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Is there a way to find the previously printed character in LaTeX? E.g:

\newcommand{\th}{%
  \ifthenelse%
    {\equal{\previouscharacter}{1}}%
    {st}%
    {th}%
}

4\th and 21\th % would like to yield "4thand 21st"
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4  
Nice question! Nevertheless, this answer may be of interest to you. –  lockstep Mar 13 '11 at 17:26
    
@lockstep: Actually, I just read that question and thought: wouldn't n\th look better than \nth{n}? –  Tim N Mar 13 '11 at 17:30
    
@Tim: n\th would gobble any space that follows in the text, so ... probably not. ;-) –  lockstep Mar 13 '11 at 17:33
    
Ah well, with some minor modifications then. –  Tim N Mar 13 '11 at 17:34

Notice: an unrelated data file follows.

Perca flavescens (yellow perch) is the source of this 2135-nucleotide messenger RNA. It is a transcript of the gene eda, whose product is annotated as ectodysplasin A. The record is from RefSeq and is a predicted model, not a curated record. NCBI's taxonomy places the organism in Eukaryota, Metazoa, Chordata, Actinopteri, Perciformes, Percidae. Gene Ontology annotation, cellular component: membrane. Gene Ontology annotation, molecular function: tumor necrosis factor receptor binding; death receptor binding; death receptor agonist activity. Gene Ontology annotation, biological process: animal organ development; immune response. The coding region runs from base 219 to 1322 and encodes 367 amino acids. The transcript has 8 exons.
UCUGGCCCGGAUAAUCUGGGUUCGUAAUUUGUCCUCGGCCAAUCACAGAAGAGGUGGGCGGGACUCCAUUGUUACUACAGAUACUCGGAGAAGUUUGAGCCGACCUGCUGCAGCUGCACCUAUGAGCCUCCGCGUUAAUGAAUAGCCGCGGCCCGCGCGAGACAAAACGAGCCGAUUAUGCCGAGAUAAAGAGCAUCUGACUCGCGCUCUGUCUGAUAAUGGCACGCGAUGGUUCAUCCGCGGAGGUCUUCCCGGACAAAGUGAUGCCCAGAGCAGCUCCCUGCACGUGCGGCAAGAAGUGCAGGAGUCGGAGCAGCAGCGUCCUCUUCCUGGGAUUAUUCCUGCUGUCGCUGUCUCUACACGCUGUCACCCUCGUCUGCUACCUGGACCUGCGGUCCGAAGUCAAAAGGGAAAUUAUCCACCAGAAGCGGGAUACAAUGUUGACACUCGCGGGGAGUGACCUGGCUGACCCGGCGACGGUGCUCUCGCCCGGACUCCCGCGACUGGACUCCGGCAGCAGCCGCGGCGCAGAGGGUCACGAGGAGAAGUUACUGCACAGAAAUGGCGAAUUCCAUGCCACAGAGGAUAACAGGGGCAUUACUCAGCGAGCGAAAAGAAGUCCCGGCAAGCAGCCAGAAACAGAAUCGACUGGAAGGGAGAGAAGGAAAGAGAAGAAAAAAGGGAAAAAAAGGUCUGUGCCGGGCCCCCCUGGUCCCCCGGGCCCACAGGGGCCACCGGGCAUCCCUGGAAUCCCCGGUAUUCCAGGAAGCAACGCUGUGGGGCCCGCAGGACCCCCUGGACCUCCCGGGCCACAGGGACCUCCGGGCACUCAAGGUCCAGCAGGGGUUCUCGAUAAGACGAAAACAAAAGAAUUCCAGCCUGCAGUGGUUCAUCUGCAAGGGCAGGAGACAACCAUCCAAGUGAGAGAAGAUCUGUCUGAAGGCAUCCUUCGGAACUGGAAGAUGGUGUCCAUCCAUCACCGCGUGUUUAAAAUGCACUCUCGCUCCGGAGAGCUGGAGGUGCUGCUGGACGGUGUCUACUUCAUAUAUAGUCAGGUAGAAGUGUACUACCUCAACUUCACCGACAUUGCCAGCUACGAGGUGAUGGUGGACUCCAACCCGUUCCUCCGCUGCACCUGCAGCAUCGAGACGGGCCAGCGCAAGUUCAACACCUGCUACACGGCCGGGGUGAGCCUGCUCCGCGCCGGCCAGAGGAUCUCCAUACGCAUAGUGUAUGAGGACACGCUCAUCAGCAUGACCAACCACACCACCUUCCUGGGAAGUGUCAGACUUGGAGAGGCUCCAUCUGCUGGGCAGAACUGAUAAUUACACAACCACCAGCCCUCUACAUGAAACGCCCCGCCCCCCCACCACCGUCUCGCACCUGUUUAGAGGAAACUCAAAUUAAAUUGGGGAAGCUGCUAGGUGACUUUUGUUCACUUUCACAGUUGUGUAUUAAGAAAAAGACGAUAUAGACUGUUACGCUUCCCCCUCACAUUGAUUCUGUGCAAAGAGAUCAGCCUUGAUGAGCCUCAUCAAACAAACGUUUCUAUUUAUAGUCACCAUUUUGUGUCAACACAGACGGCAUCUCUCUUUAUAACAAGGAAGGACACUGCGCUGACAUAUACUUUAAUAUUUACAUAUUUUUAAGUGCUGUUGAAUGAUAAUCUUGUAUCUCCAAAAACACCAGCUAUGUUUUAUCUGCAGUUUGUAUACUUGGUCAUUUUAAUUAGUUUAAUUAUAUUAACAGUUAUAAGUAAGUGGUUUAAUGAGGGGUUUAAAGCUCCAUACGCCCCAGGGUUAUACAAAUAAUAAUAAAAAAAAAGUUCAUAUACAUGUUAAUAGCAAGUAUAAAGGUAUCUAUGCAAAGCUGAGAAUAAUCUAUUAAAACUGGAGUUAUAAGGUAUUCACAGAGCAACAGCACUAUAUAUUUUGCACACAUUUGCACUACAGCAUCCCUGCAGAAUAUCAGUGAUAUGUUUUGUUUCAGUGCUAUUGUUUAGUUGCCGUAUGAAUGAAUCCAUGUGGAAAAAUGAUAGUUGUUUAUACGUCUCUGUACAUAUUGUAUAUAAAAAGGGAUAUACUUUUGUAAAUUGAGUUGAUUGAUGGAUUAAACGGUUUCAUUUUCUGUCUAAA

I'm not sure how this would work. TeX wouldn't know that it would need to remember the character before until after it has read it... –  Seamus Mar 13 '11 at 18:05

2 Answers 2

up vote 8 down vote accepted

The answer, unfortunately, is no. TeX contains a few primitives that modify things before them (\over, \atop, \above and the withdelims variants), but nothing general purpose.

In addition to the various packages which implement printing ordinal numbers, I wrote a fairly straightforward macro that does this here.

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I know nothing about \lastbox, but could it conceivably be used to do that? –  Bruno Le Floch Mar 13 '11 at 23:21
    
@Bruno: alas, my experience as recorded in the following discussion suggests not: tex.stackexchange.com/questions/6183/…. –  Ryan Reich Mar 14 '11 at 4:14

As to the specific application in question, there's the engord package. Examples:

\engordnumber{1} 
\engordnumber{12}
\engordnumber{123}

return 1st, 12th, and 123rd. For the specific question, I can't answer.

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